It would be impossible to carry to school! It weighs almost nine kilos.
It's not even my complete works... But I needed a book that I could recognise as my own. You know, I always quarrel with magazines to find out if the type of pictures they will publish is to my liking. Yet most of the time, the buildings come across as stale stereotypes. But if I am the one making the book, the illustrations transmit my way of seeing the buildings, of expressing what I recognise in them: not a bad photo of a piece of real estate at a nondescript time of day, only seen from the rear or on a slant.
My impression is that it is a real concentrate of your work, of your vision.
Absolutely. For the sake of being complete, I included my Louisiana Manifesto.
You did send it to me, but it sadly went astray. I'd be very happy if I could have another copy. How did the idea of a manifesto come to you?
It came to me when the moment was right: when I had my exhibition at the Louisiana Museum outside of Copenhagen. At the time I was there to make the Auditorium, the big concert hall for the Danish radio and television. It must have taken me at least six months to write; it didn't exactly flow out of the pen. But it was the right moment for me. I wanted to clarify my position with respect to the problem of architecture as the "plunking down of objects". The evolution of computers allows for the manipulation of any context – there is no difference between them. The architectural forms are manipulated quickly and voilà! All done, thank you and goodbye. Moreover, the velocity of urban development in India, China and Latin America has led to the disappearance of the reasons for architecture's relationship to a place. This is why I thought of a manifesto to defend situational architecture. Most of today's architecture is decontextualised. It is there, but could just as well be somewhere else. Can a piece of architecture be great if it is decontextualised?
Do you think that some works can be exceptions, lying perhaps out of context but nonetheless remaining architectural masterpieces?
That's a good question. There must be exceptions that allow us to answer affirmatively, but for me, in general, the answer is no. Architecture responds to a situation, there is no architecture per se. It needs to be clearly and historically situated. I always try to establish a relationship between history and geography, which means involving the people who will eventually use the building. The pleasure of being able to respond with a precise piece of architecture that satisfies someone produces a unique situation, especially on an emotional level. Without emotion, there is no architecture.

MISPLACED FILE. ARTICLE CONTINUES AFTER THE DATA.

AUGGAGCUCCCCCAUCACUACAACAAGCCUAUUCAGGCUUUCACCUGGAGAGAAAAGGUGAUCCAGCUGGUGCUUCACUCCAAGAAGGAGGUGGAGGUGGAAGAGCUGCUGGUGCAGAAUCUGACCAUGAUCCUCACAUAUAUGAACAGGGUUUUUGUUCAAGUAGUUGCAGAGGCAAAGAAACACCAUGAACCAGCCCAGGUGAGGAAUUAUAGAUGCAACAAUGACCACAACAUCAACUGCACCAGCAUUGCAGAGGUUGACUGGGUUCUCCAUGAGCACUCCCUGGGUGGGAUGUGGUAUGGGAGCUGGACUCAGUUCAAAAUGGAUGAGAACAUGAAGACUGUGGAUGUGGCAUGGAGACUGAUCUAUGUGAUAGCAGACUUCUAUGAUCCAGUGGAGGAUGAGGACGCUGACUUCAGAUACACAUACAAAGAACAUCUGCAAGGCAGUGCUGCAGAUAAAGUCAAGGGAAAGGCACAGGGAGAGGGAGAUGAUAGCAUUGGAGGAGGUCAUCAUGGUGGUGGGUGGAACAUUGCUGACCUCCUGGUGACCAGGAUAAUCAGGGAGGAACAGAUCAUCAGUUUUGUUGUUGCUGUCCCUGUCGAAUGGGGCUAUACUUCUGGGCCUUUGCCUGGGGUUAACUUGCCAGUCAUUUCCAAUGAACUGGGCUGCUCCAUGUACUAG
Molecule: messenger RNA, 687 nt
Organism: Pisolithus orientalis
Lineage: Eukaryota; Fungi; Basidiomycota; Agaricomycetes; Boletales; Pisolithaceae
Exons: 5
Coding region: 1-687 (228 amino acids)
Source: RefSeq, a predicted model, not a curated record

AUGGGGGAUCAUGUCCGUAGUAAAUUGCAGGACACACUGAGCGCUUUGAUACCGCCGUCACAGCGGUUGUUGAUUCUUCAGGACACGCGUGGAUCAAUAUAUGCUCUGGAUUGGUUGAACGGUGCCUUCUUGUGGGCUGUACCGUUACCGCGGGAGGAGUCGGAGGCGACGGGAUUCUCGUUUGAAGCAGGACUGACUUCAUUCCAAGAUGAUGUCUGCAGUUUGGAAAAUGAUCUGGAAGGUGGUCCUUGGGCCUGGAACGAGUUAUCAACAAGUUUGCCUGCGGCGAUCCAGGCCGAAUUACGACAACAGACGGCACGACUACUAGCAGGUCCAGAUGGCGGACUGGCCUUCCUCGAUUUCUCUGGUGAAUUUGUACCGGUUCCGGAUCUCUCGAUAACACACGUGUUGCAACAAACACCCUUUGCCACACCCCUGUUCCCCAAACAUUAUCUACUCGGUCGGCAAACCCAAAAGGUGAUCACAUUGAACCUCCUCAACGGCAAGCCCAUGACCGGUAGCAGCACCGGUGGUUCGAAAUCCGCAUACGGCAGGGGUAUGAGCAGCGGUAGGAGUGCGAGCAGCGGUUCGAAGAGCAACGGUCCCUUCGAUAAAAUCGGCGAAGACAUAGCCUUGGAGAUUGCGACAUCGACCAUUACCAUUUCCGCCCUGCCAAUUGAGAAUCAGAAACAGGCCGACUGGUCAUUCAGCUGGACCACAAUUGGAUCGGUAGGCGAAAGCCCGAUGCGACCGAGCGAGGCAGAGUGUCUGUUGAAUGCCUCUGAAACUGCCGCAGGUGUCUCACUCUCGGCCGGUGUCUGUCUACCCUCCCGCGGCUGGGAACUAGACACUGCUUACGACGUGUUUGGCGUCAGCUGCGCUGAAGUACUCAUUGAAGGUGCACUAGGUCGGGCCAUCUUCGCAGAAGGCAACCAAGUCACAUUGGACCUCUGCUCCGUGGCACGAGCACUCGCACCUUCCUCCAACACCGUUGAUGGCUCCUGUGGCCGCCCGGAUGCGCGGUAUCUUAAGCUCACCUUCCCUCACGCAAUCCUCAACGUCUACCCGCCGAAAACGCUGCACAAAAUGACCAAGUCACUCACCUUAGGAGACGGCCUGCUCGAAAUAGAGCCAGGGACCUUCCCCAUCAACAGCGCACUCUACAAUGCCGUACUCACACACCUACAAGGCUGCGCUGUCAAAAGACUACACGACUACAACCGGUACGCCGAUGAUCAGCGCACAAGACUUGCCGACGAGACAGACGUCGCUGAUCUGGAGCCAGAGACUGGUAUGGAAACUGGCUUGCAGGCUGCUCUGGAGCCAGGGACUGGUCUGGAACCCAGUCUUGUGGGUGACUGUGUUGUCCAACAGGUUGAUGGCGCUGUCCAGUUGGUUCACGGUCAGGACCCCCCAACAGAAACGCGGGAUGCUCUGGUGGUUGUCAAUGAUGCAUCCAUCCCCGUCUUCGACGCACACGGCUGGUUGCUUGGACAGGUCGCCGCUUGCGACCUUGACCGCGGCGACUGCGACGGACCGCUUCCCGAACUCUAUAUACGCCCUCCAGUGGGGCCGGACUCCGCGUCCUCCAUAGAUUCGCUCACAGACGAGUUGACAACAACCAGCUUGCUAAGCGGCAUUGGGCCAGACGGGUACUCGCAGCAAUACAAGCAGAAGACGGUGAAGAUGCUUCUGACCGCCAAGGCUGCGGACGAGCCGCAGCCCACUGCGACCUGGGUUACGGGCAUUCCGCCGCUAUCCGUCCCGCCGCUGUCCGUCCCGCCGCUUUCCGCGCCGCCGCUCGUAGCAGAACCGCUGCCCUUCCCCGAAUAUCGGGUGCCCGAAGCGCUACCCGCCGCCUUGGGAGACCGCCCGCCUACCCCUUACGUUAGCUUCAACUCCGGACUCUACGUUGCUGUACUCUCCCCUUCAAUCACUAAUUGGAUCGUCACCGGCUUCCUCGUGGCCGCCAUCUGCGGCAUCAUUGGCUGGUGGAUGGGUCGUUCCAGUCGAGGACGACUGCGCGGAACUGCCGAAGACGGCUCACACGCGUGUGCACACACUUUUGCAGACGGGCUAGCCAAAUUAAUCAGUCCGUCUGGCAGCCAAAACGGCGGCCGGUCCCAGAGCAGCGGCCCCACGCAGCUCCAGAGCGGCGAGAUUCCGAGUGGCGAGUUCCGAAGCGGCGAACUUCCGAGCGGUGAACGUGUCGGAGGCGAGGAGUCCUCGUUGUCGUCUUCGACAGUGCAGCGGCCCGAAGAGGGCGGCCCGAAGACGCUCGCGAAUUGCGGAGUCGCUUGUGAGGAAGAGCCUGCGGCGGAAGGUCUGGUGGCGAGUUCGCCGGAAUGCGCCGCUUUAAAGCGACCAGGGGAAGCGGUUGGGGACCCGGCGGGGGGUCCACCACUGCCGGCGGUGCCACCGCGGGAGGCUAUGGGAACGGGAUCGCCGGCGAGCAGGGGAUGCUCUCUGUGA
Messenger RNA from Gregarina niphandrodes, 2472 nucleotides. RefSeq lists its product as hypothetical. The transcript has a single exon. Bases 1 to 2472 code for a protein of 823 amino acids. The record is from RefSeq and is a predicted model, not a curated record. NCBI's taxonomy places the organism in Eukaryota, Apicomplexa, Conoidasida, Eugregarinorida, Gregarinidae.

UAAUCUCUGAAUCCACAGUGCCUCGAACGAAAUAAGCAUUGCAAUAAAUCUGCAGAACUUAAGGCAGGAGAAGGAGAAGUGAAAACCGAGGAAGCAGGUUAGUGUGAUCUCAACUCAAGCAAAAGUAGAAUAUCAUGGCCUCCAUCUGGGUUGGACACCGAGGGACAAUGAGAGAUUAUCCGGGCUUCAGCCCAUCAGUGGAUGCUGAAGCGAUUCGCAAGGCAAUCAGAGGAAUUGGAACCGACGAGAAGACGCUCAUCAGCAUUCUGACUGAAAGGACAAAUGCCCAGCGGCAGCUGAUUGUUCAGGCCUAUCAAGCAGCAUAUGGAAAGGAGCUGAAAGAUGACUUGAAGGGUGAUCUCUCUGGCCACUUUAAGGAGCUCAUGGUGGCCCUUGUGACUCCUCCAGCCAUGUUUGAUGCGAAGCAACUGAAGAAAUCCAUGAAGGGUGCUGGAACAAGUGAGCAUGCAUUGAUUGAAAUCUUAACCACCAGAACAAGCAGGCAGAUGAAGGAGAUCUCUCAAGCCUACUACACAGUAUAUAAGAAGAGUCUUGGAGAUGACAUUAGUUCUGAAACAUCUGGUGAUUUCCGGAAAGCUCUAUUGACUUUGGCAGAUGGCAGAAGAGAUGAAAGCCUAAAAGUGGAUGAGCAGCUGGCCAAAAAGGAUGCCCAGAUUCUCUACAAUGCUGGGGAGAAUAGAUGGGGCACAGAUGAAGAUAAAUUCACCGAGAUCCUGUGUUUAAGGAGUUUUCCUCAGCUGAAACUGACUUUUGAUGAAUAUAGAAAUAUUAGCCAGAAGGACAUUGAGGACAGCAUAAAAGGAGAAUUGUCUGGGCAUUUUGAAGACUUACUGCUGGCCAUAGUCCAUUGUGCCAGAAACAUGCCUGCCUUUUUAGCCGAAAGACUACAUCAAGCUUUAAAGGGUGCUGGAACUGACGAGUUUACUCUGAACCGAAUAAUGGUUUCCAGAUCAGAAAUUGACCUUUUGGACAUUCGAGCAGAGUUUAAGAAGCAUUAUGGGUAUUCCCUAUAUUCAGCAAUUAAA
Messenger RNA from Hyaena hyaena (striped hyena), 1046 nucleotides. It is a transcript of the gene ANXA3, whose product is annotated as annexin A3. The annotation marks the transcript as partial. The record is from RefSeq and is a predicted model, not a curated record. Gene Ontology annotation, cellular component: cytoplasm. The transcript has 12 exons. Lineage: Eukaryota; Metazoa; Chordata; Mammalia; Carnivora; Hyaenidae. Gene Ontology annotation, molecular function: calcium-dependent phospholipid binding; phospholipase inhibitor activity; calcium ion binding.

Do you think the Louisiana Manifesto contains a good part of what you stand for?
Yes. It does not illustrate all my thoughts on architecture. At a certain point, it describes the dangers of architecture, and what the profound essence of constructing is to me. Sometimes it's a little vehement, but a manifesto is supposed to be agitational.
Then allow me a small provocation.
Go ahead. Usually that's my role.
I have the impression that you are the best contemporary architect, meaning the one who has best survived the crisis in modernity.
Well, this sounds like fun!
It's something I've written on several occasions, but I thought it would be interesting to hear if you have anything to say against my impression?
Yes, I really do. I often ask myself what my best building is. And I am often asked what the best building is that I have seen in recent years, who the best writer is, or the best musician. However, I believe that in the fields where the creator's individual sensitivity is important, this question has no answer. For me there is no "best painter" or "best sculptor". There are about twenty who interest me a great deal, seven or eight whom I adore, and thirty whom I find brilliant. I could not choose, and I do not like this critical register. This is the reason why competitions are often stupid: they have to proclaim who is best. How can you do that?
Competitions might be stupid, but they are also necessary.
I think the same way about literary prizes: why is one novel better than the other? It depends on the reader's sensitivity. So I always get agitated when people ask me which building in the history of architecture I prefer: there are so many that have touched me profoundly that I really could not say!